Spring 2022 BCNM Events

06 Jan, 2022

Spring 2022 BCNM Events

Image credit: Yásnaya Elena Aguilar Gil

Mark your calendars for this incredible line up of speakers! This semester we welcome Yásnaya Elena Aguilar Gil, Adam Khalil, and Zach Khalil, to the Indigenous Technologies series. We'll also launch a symposium on Gail De Kosnik's term, the Media Crease, the subject of an in-progress anthology by the Color of New Media working group. At the end of the semester, we'll welcome St. Paul artist Seitu Jones in collaboration with the Department of Art Practice. With the expection of Seitu's talk, all of our events will be hosted on Zoom and require registration. You can also add our Public Programs calendar directly to your calendar here!

Monday, February 7

5:00 — 6:30 PM | Register here.

Tequiologies: Indigenous Solutions Against Climate Catastrophe

Yásnaya Elena Aguilar Gil, ​Linguist, writer, translator, language rights activist and researcher ayuujk (mixe)

It is a myth of the West’s choosing: perpetual economic growth, advancing through a digestive system of sorts, one that uses technology as one of its core components. In its churn, ecosystems became goods; people, mere consumers. The myth turned the world into a place increasingly inhospitable to human life. An alternative, offered by Abya Yala, lies in separating economic development and the development of new technologies from consumerism. This would place technological creation and ingenuity once again at the service of the common good, not of the market. Technology as tequio; technological creation and innovation as a common good.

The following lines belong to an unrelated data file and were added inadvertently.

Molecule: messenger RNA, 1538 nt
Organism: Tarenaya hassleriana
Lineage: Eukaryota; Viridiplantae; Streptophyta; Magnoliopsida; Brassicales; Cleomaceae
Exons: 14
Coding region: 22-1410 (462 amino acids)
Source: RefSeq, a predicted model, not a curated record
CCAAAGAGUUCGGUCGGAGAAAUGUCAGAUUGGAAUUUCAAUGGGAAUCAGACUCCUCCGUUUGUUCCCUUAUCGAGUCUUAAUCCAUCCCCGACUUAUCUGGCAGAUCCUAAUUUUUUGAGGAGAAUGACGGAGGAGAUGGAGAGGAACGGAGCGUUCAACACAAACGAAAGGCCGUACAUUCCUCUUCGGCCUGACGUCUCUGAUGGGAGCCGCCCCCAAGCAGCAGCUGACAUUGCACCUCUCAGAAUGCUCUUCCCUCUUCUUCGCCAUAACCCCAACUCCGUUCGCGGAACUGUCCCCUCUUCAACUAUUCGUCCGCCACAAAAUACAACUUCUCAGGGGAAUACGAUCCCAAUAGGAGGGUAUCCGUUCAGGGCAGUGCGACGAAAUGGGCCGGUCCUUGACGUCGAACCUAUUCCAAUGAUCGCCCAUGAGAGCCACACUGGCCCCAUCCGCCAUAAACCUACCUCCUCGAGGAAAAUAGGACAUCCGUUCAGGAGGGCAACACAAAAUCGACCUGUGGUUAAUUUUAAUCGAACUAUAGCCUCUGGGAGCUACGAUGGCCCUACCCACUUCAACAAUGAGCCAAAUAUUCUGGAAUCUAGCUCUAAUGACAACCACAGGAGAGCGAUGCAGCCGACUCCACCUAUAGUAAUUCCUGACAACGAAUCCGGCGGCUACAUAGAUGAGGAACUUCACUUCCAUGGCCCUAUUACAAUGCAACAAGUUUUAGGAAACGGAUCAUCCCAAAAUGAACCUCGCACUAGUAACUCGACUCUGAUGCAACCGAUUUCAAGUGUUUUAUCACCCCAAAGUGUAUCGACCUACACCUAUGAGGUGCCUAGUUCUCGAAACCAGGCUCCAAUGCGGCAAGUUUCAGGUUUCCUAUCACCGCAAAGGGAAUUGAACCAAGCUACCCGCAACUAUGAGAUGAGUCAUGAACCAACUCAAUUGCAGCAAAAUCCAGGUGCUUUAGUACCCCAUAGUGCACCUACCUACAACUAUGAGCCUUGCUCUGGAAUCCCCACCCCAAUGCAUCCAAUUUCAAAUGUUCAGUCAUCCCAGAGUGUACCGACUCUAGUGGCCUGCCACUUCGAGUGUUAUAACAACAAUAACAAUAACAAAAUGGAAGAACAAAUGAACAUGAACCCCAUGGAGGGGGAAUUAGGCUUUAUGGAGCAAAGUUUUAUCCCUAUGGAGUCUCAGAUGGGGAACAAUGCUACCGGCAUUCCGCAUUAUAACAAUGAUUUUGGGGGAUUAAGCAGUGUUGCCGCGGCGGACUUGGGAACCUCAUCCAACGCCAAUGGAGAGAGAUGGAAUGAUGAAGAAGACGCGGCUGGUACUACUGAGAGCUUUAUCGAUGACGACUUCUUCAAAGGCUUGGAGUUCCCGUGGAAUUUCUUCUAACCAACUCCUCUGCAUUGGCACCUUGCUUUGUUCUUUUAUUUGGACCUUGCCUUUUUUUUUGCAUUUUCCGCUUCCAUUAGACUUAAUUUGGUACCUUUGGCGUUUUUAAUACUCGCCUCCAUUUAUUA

Presented in partnership with the Center for Latin American Studies, as part of BCNM's Indigenous Technologies Initiative and the History and Theory of New Media Lecture Series. Co-sponsored by Alianza UCMX, Spanish & Portuguese, the Arts Research Center, and and The American Indian Graduate Program.

Monday, February 14

5:00 — 6:30 PM | Register here.

Discriminating Data

Wendy Hui Kyong Chun, Canada 150 Research Chair and Professor in New Media; Director of The Digital Democracies Institute, Simon Fraser University

In Discriminating Data, Wendy Hui Kyong Chun reveals how polarization is a goal—not an error—within big data and machine learning. These methods, she argues, encode segregation, eugenics, and identity politics through their default assumptions and conditions.

Presented as part of BCNM's Commons Conversations.

Monday, March 7

7:00 — 8:30 PM | Register link TBA.

AAPI in Hollywood: Breaking Through with Lasting Impact in the Industry

Daniel Wu, Actor

Melvin Mar, Producer

BCNM announces “AAPI in Hollywood” an evening event with internationally acclaimed actor and Berkeley native Daniel Wu (Into the Badlands, Tomb Raider) and Fresh off the Boat and Jumanji Producer Melvin Mar, about their experiences breaking into the industry and forging their own space within it.

This 90 minute panel is the first in our two part series on AAPI in the media and entertainment industry, and will be followed with the second panel event in Fall 2022. The event will be free of charge and open to the public, but will encourage attendees (alumni and general public) to make donations to the new Scholarship for AAPI and Media & Entertainment Creatives.

Monday, March 14

5:00 — 6:30 PM | Register here.

The Right to Be Creative

Margarita Kuleva, National Research University Higher School of Economics, St. Petersburg